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    Protecting Your Gas Dispensers From Skimmers

    A variety of technological options are available at your fingertips.

    By Rich Morahan, Lock America

    Over the past decade, identification thieves have been taking advantage of the widely available and easily copied universal keys that lock up most gasoline dispensers. They open the access door to the reader and attach a skimmer, which transmits credit and debit card data to their team. Usually, the theft is detected long after it can be traced to a compromised reader in a pump.

    Skimmer teams used to hijack data by attaching readers to ATMs. But now, as one security consultant puts it, "Gas station pumps are far easier to tamper with than ATMs and [the attack is] more difficult to detect."

    In response, some major gas dispenser manufacturers have developed new technological security measures that defend against skimming at the source. For instance, encrypted card readers can now be retrofitted into old dispensers and are available in new dispensers. Encryption of data at the reader makes the data unusable for skimming devices.

    Additional high-level security devices are also built into newer pumps, including automatic shutdown and alarms that sound when doors are opened. As an added level of security, European-style EMV (Europay, MasterCard and Visa) card readers are available as well.

    But, as we know, the battle goes on and there will likely be more technological challenges -- and defenses -- to come.

    Security Locks
    For those operators who may find replacing dispensers and adding encryption a bit pricey, manufacturers can provide retrofit kits that replace the low-security universal locks that were shipped with most dispensers until recently. Replacing gas dispensers with new models that have tamper-proof doors and electronically secure card readers is the optimum response, and also the most costly. As a more cost-effective response, a number of security lock companies have introduced easy-to-install retrofit kits that replace easily compromised universal locks.

    A high-security lock system should have a non-duplicatable key blank, millions of usable key combinations and a virtually pick- and drill-proof mechanism, with its key code registered exclusively to a customer.

    When James Naill, purchasing manager for R&R Petroleum of Fargo, N.D., heard of the first incidents of data skimming from gas dispensers in his area, he was determined to be proactive and retrofitted his dispensers with security locks. In his area, the crooks -- posing as "technicians" -- went to stores and petroleum outlets and used a universal shipper key to access the dispensers. Imposing key control and retrofitting dispensers with security locks with registered keys unique to R&R Petroleum provided the protection he and his customers required.

    “I did some research and found security locks that were cost-effective and easy to install. I considered security stickers, but decided that they were easy to copy," Naill said.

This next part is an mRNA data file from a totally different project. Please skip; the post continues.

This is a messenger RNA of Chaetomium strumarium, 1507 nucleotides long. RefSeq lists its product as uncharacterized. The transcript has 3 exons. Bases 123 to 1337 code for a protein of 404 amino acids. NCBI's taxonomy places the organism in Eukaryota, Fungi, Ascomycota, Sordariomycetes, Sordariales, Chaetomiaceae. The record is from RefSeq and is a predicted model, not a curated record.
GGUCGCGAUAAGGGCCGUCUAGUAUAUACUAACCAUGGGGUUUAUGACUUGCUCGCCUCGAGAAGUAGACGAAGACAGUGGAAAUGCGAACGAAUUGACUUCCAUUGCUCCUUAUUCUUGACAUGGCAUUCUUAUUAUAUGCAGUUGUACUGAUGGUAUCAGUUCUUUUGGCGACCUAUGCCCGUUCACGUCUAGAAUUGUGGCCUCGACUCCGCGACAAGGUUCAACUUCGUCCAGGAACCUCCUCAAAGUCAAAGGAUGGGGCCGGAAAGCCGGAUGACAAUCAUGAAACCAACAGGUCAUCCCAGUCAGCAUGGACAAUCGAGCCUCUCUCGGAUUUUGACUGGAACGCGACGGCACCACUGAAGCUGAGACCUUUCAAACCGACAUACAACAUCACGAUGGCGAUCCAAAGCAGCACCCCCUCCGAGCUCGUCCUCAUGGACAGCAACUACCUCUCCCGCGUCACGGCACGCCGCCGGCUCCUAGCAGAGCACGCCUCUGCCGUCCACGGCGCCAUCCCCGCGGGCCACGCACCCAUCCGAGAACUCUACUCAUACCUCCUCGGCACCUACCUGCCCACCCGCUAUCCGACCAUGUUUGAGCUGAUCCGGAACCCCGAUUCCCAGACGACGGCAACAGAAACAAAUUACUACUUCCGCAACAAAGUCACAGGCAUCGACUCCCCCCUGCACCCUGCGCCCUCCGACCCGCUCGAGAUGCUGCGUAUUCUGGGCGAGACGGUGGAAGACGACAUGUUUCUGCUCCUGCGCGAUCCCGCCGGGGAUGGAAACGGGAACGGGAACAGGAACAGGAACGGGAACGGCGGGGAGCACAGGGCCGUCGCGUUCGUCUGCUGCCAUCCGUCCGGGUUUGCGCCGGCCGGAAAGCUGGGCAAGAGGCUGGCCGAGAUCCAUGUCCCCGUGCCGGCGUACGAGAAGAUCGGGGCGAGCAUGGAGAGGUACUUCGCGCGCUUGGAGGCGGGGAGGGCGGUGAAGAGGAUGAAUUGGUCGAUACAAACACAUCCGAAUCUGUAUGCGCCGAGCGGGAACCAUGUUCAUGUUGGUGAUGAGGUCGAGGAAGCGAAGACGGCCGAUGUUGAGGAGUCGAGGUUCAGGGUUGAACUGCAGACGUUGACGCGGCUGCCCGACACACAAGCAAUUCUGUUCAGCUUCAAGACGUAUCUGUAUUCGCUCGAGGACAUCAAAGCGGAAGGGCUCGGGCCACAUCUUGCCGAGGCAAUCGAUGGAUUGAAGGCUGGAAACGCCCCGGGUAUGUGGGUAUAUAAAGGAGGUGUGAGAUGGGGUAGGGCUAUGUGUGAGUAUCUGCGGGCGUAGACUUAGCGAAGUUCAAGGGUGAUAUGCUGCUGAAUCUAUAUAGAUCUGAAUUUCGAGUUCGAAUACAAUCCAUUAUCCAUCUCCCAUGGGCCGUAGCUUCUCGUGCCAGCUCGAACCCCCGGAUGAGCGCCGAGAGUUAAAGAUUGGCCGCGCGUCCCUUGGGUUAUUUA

Security Stickers
    Even though this type of data theft goes back at least 10 years or more, the industry has been slow to respond. A typical response from law enforcement in television or newspaper reports is that "somehow" a thief gained access to the card reader. Security stickers, which are attached to a dispenser door to indicate that the door or a device has been compromised, were an initial low-cost response from the industry. Even then, careless managers attached the stickers improperly and now, in the days of laser printers, stickers are easy for criminals to copy and attach to cover their tracks.

    Even if it’s just one day before a manager notices the tampering, one day’s worth of stolen data can be quite a haul. Stickers, cameras and alarms provide a deterrent, but they only can record and document unauthorized access, usually after the fact. They do not prevent it.

    If you have any doubt about the persistence and scope of the skimmer challenge, and the potential for skimmer teams to strike anywhere without warning, just perform an Internet search on “gas dispenser skimming.” After you catch your breath, search “gas dispenser locks” to take the first step to keep your name out of the news and protect your customers’ data.

    There is ample information about the threat, and there are ample options ranging from the low-cost sticker to mid-level retrofit security locks, to higher-level embedded electronic barriers. Each level carries an increased cost with its increased security level. You can choose to replace your gas dispensers, replace your universal locks with high-security locks, or attach security stickers to indicate tampering. Whatever your choice, it’s time to make one because skimmer teams continue to rove the country.

    Rich Morahan is a consultant for Lock America. He frequently writes and conducts seminars about security issues for the information destruction, propane and self-storage industries. Morahan can be reached at [email protected] or www.rmorahan.com.

    Editor's Note: The opinions expressed in this column are the author's and do not necessarily reflect the views of Convenience Store News.

    By Rich Morahan, Lock America
    • About Rich Morahan

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